Instead the parliament passed a motion to alter the constitutional amendment process in the old constitution. If two-thirds of the parliament and 40% of the voters supported a constitutional amendment, then the amendment would be adopted. Removing the clause of dissolving parliament and re-running for election removed parliamentarians concerns of job security. Nonetheless, the conservative Independence party regained a majority in parliament and effectively stopped the constitutional reform process. Thus, despite a constitutional proposal that represented the will of the people, it failed to mobilize society sufficiently enough to overcome political inertia.
Three things can be learnt from the Iceland constitutional process. First, the process was led by the people. From the National Forum that created the framework and the guiding principles of the new constitution, to the election of a Constitutional Council that drafted the proposal, the process not only involved the public, it was led by it from beginning to end. Secondly, the Constitutional Council’s process for drafting a proposal was not only highly transparent, it also allowed space for greater public participation by continuously consulting with the greater public through the various social networking platforms and even postal mail. Ultimately, this participatory democratic process was reflected in its equally participatory democratic proposals such as people’s power to summon referendums to propose and repeal laws.
How do these lessons apply to Korea? After the National Assembly’s Special Committee on Constitutional Reform failed to present a draft proposal, Moon Jae-in appointed a committee to write a proposal based on public consultation. In that regard, while for the first time people participate in the process, they are not leading it. The specially appointed committee leads the process in consultation with civil society, academics, the political parties, and then finally consults with people’s opinions through four major regional focus groups 4 and a public opinion survey. Thus, we see a reversal of the process, where the focus groups — the equivalent of the National Forum — is consulted at the end of the process rather than the beginning. This process allows the omission of the more progressive democratic proposals as criticized by some civil society groups. 5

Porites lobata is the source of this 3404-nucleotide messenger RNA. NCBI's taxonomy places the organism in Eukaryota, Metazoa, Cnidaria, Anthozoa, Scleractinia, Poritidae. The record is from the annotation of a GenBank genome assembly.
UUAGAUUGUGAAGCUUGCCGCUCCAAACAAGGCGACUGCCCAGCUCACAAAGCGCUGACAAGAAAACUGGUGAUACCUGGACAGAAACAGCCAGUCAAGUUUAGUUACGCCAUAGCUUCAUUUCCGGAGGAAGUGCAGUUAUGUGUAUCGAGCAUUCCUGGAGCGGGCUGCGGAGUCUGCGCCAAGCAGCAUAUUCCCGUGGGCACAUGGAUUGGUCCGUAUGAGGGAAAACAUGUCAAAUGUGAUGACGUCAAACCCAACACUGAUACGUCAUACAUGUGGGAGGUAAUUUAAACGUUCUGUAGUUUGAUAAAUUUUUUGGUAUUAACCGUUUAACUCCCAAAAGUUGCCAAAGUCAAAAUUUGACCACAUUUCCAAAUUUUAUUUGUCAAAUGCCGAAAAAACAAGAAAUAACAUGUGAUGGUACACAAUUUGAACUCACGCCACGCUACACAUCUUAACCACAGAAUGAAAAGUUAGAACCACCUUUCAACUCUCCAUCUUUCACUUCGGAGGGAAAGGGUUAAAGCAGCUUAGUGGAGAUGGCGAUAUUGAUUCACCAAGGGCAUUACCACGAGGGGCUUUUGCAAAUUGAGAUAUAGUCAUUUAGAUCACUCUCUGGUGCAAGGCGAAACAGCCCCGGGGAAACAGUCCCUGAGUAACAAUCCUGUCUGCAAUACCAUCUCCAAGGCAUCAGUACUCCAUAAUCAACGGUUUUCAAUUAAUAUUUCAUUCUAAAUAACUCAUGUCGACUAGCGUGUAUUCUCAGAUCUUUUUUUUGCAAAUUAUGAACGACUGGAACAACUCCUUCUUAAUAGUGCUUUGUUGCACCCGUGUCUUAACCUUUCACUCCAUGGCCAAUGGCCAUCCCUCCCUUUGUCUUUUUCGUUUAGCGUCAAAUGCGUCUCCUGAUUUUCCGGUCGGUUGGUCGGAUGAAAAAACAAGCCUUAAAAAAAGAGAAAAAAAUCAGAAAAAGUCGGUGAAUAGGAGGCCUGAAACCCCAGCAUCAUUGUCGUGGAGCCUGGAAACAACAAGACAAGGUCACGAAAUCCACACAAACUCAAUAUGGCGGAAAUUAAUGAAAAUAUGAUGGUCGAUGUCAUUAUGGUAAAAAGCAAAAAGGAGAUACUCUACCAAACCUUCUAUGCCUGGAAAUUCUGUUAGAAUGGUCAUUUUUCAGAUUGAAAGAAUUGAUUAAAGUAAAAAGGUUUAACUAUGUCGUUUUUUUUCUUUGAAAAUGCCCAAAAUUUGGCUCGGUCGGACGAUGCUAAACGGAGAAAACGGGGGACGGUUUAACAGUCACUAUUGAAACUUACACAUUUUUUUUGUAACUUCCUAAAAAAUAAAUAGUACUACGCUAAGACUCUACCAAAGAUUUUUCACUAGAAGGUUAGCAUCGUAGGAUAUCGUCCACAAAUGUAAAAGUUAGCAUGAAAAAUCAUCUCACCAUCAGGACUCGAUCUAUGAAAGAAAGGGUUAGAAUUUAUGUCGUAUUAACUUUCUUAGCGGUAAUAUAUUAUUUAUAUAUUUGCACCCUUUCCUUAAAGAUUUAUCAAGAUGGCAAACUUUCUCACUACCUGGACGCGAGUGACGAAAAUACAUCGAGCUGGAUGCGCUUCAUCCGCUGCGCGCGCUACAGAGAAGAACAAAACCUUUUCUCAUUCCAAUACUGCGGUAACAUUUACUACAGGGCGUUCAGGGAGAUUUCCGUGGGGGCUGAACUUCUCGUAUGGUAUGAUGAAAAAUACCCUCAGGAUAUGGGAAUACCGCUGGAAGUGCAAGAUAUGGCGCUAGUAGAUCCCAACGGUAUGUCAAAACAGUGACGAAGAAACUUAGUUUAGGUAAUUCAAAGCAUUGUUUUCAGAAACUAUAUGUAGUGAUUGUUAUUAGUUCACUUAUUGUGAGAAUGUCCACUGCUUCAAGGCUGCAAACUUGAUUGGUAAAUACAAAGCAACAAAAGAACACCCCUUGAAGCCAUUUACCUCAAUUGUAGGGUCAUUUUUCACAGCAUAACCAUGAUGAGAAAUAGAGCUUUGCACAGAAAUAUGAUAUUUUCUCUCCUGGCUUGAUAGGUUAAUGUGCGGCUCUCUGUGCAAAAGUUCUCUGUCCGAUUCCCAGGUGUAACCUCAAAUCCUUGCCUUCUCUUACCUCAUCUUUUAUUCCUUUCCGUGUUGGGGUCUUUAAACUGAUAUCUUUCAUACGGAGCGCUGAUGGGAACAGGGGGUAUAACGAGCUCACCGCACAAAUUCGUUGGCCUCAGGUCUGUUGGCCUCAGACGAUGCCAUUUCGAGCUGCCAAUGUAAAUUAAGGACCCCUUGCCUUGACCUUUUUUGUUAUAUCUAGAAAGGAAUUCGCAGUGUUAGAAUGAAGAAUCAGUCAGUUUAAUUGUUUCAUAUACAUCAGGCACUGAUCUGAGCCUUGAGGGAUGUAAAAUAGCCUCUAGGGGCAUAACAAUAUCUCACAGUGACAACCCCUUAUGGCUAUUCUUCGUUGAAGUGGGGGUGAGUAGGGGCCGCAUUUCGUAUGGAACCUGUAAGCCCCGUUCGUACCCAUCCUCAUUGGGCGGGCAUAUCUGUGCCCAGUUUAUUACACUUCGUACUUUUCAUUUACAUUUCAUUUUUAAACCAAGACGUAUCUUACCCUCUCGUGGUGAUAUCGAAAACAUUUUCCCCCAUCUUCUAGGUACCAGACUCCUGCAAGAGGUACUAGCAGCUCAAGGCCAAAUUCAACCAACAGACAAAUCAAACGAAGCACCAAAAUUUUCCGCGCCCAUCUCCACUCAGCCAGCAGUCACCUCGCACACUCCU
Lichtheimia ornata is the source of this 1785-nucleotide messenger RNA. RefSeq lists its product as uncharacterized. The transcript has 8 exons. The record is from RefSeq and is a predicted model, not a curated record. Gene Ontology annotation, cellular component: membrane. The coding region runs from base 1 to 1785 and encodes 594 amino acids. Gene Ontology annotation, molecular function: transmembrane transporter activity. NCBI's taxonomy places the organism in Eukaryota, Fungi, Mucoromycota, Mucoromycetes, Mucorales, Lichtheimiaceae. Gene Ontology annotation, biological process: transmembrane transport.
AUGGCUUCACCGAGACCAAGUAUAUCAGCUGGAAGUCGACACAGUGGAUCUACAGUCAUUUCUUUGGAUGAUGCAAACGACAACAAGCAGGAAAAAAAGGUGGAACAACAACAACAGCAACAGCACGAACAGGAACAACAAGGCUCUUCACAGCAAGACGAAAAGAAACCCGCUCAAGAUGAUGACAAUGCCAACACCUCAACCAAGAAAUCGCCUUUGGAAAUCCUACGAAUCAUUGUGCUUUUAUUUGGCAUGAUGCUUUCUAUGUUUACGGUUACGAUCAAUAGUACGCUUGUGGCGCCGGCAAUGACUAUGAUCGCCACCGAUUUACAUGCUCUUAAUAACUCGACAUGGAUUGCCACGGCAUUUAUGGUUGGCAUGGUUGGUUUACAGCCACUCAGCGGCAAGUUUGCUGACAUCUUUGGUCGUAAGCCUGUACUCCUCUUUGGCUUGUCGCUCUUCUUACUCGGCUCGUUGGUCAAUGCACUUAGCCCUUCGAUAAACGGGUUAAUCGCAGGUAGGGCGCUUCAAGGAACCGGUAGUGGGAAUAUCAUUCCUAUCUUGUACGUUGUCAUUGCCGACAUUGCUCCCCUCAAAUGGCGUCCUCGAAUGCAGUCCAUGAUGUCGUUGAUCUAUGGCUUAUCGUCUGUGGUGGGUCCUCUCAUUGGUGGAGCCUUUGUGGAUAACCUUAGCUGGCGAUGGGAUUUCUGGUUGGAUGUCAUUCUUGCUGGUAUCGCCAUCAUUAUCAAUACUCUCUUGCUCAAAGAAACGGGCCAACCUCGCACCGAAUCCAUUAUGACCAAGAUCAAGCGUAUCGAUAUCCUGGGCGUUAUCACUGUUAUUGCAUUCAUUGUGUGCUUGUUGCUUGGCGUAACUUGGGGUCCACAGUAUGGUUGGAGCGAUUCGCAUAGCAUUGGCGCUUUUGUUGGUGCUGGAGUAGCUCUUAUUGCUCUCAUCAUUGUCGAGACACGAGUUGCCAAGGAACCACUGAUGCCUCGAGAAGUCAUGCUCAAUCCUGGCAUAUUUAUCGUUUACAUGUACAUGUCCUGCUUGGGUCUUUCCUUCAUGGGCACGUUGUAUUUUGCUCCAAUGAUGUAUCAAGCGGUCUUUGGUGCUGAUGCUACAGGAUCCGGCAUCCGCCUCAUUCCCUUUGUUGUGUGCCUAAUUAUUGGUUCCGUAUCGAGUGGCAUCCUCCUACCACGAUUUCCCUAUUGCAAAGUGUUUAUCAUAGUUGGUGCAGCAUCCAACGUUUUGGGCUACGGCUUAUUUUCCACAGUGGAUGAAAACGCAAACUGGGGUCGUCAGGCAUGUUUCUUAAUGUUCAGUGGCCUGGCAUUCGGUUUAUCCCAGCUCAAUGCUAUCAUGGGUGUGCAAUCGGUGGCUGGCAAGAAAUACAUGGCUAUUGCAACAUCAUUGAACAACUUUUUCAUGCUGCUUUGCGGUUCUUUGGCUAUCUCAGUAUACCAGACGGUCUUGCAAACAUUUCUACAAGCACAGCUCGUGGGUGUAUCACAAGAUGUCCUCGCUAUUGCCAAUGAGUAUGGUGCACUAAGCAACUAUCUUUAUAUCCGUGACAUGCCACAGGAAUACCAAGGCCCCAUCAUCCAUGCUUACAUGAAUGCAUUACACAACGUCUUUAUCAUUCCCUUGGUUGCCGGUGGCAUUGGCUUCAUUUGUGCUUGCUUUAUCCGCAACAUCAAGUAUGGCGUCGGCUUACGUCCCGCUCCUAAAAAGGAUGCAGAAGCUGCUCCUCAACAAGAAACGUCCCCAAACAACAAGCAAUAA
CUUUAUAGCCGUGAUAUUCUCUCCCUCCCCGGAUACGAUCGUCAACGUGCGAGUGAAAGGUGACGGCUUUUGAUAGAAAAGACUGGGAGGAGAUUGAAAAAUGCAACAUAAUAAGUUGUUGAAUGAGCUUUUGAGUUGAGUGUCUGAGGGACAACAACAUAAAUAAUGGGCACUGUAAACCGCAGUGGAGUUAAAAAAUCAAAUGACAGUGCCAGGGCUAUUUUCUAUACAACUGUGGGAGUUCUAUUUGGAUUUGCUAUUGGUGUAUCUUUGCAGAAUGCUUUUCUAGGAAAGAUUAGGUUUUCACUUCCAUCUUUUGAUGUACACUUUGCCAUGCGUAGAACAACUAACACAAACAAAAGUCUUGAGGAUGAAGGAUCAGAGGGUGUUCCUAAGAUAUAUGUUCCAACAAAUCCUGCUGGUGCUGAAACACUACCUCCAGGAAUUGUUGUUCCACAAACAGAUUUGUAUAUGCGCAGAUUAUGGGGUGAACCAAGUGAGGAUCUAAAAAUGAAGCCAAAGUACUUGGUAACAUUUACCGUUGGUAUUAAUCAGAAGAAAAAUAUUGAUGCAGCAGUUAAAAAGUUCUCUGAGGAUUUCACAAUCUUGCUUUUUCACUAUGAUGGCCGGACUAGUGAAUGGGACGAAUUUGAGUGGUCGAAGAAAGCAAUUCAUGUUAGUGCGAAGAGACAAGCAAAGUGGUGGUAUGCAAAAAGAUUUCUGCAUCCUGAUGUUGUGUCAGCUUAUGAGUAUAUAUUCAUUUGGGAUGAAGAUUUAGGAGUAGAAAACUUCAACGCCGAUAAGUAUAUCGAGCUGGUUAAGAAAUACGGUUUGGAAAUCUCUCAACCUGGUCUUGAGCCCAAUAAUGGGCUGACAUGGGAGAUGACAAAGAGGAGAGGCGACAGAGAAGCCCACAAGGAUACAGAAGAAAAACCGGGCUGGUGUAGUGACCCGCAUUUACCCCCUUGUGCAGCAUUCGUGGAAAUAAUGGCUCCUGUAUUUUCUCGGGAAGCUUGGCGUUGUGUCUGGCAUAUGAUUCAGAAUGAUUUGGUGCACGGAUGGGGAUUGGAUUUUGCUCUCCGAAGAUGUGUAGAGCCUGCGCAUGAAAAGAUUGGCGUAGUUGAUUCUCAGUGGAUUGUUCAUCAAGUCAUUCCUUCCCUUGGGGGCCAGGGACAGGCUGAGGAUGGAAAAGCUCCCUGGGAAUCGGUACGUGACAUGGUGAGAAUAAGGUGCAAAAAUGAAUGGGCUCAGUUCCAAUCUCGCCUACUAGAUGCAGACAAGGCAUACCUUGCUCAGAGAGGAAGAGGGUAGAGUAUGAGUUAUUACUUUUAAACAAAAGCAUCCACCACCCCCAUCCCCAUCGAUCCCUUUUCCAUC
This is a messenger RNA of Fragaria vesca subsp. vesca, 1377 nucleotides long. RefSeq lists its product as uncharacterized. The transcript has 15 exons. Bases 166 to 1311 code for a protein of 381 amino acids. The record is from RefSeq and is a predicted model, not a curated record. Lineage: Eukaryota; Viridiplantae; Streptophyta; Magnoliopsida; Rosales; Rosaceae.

Though the process is more than halfway over, 6 those appointed into the President’s special advisory committee for a People’s Constitution need greater engagement with the public at large. To achieve greater participation by people requires publicity that goes beyond press conferences or short newspaper articles and goes into billboards, ads on busses and public service announcements. Most people are unaware of the importance and need for their participation in this process or even the contents being discussed and how it impacts their lives. Since this process is more about people’s participation then people’s leadership, it demands greater mobilization of society. After all, overcoming the arch-conservative Liberty Korea Party that holds the votes necessary for ratification in the National Assembly and vehemently opposes the constitutional reforms, will require people’s power equal to the candlelight protests. For Iceland’s greatest lesson is the importance of mobilizing power to overcome the resistance by the status quo.
The [Icelandic] Constitutional Council – General Information
The Iceland Experiment (2009-2013): A Participatory Approach to Constitutional Reform
The main conclusions from the National Forum 2010
The Writing of the new Icelandic Constitution (audio)
Website for the Presidential Committee on People’s Participation in the Constitution (Korean)
- This refers to the nationalization of natural resources, not to the state. In that regard, the state cannot sell natural resources. It is based on the notion that Iceland’s natural resources belong to all future generations and thus should not be sold. (Interview with Constitutional Council Member Professor Thorvaldur Gylfason) ↩
- According to the Act on a Constitutional Assembly, the Constitutional Assembly has to comprehensively review the constitution, draw up the bills to revise the constitution and present the bills to parliament. ↩
- The one person, one vote refers to the inequality between rural and urban areas: It takes many more people to elect a representative into parliament in densely populated urban areas then to do so in rural areas. (Interview with Constitutional Council Member Professor Thorvaldur Gylfason) ↩
- Each of the four regional focus groups is made up of 200 randomly picked men and women for those regions. ↩
- While these civil society groups generally support the president’s efforts, they are also planning a parallel round table on Mar. 3rd as a means of pressuring the president to include the more progressive proposals. ↩
- The process began on Feb. 13 and will end on Mar. 13. ↩